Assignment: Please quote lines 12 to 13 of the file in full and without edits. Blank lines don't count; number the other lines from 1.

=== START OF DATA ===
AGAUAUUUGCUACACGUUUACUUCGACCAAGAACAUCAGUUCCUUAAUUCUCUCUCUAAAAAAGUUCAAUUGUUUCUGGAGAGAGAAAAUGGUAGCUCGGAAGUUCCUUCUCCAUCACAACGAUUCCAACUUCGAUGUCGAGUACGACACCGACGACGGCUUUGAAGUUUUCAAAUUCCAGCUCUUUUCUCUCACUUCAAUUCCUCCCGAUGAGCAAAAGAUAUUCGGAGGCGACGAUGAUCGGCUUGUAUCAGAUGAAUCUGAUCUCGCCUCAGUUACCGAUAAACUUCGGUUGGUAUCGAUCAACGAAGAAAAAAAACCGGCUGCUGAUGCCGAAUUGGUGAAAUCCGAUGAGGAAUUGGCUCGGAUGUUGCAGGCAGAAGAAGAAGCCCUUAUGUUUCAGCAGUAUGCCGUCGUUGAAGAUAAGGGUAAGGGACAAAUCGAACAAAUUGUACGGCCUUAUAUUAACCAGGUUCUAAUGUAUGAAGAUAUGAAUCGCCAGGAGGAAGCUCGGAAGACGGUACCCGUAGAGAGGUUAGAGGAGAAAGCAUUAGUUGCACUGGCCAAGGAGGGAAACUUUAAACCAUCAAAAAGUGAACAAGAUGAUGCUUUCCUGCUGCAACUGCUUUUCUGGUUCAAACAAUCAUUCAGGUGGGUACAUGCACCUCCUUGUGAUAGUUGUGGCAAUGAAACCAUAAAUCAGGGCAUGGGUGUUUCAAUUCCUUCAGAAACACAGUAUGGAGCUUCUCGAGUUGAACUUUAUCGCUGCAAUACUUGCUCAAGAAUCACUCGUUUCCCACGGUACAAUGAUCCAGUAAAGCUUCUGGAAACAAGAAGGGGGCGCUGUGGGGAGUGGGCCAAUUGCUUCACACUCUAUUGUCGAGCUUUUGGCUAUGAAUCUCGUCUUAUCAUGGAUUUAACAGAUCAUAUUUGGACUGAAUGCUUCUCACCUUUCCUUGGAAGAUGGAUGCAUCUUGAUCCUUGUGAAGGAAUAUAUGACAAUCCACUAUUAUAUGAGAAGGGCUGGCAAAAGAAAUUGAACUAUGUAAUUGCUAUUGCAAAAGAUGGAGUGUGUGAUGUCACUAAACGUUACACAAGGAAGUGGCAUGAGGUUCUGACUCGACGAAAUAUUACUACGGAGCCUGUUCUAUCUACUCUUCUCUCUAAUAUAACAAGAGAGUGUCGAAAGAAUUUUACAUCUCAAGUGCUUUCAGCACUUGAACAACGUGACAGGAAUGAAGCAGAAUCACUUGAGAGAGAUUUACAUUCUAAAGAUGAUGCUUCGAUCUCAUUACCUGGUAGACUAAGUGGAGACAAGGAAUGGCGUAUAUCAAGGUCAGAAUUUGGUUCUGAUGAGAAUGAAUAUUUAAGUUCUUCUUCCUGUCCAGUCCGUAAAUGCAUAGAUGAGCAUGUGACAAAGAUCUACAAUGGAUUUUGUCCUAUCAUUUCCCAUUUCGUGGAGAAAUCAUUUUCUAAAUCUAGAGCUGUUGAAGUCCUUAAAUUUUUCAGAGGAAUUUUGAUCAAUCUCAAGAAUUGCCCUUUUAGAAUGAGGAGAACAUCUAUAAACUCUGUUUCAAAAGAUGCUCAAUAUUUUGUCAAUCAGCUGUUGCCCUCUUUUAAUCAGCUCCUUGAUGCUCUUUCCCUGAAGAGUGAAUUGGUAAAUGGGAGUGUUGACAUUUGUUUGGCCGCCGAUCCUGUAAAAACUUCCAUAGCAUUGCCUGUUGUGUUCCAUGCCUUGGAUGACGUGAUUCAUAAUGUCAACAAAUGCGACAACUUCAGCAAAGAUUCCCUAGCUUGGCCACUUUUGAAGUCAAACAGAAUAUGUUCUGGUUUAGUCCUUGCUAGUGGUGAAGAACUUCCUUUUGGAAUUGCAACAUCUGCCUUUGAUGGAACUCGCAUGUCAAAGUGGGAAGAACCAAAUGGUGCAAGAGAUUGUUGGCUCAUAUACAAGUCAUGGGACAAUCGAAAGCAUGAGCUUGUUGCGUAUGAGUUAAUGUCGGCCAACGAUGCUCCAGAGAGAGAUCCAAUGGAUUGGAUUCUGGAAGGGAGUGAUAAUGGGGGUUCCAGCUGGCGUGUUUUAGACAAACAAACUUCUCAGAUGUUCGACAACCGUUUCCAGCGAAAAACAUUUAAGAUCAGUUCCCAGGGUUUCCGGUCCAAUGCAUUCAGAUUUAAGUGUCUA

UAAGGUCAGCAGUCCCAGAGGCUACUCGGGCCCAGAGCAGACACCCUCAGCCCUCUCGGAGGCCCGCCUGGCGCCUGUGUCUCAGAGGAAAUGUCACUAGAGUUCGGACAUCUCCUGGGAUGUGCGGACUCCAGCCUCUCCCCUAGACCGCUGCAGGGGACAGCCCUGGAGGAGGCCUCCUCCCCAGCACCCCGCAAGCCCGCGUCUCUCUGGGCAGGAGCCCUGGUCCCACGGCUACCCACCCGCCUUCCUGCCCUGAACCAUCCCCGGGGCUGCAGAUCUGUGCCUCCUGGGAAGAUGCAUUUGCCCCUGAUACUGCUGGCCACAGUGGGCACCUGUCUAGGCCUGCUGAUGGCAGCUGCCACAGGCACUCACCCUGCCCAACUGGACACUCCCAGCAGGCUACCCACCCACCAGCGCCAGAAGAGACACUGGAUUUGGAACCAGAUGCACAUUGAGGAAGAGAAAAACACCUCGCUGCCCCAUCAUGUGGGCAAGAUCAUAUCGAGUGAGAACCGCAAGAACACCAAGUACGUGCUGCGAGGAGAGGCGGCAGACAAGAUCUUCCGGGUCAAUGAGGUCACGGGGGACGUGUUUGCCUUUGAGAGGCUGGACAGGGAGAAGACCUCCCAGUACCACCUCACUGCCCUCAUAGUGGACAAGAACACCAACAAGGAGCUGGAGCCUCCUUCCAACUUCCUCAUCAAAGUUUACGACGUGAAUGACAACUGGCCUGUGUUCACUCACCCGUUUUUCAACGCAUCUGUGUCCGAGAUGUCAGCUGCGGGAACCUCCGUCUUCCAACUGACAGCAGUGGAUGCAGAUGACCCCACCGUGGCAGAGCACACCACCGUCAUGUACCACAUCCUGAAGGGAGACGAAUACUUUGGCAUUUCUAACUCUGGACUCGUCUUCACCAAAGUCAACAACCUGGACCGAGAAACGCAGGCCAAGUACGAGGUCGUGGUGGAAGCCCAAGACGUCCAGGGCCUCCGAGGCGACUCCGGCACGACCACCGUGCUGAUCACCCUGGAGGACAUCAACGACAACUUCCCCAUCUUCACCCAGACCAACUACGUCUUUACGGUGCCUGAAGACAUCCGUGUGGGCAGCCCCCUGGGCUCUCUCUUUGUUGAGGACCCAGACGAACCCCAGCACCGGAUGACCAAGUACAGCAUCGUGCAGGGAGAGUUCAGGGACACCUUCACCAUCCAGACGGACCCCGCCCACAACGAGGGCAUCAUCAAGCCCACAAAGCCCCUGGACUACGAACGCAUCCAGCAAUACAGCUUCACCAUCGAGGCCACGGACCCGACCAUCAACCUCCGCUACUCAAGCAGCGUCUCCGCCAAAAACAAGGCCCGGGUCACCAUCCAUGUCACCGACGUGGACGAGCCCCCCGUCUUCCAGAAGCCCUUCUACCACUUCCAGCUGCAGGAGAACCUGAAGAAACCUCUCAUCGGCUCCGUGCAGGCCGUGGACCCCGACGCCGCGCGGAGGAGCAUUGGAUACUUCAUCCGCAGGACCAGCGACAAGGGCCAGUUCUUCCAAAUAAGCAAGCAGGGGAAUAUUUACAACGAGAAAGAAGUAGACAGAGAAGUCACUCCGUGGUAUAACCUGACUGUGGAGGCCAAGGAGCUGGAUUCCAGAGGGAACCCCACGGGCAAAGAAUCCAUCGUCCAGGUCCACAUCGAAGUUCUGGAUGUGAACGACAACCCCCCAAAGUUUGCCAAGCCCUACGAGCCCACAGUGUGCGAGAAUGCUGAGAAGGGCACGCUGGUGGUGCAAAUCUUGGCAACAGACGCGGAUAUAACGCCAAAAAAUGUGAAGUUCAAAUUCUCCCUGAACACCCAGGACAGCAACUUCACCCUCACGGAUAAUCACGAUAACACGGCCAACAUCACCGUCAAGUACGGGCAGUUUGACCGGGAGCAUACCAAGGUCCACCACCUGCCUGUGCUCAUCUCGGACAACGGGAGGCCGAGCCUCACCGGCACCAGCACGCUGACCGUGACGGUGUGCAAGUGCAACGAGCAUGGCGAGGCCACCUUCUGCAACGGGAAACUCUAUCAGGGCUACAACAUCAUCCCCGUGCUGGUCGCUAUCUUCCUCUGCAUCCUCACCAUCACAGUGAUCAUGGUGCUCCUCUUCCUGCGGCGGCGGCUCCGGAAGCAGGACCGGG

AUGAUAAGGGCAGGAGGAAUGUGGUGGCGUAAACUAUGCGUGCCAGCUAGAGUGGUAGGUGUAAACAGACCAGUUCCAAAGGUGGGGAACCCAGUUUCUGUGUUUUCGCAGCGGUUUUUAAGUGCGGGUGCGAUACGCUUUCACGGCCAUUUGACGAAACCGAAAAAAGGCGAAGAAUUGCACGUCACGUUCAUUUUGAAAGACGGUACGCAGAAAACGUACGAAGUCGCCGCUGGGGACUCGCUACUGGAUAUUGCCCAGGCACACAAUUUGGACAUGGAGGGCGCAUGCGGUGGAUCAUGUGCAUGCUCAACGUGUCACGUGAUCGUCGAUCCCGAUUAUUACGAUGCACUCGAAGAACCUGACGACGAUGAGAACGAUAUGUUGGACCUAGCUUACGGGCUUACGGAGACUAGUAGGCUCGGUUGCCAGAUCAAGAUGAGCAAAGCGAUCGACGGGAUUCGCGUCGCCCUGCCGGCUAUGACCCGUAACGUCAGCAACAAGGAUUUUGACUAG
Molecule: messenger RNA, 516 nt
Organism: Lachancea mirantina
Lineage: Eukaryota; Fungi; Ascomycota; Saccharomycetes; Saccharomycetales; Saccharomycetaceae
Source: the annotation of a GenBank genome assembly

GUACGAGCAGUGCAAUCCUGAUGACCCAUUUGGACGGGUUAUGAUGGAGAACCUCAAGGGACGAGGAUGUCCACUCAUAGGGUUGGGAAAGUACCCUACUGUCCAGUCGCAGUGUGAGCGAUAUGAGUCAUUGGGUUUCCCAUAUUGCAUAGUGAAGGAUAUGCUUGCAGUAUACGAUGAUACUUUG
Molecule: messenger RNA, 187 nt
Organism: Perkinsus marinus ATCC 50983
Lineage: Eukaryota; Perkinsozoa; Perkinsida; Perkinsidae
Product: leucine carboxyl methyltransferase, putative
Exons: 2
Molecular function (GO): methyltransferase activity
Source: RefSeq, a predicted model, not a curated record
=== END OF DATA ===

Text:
Product: leucine carboxyl methyltransferase, putative
Exons: 2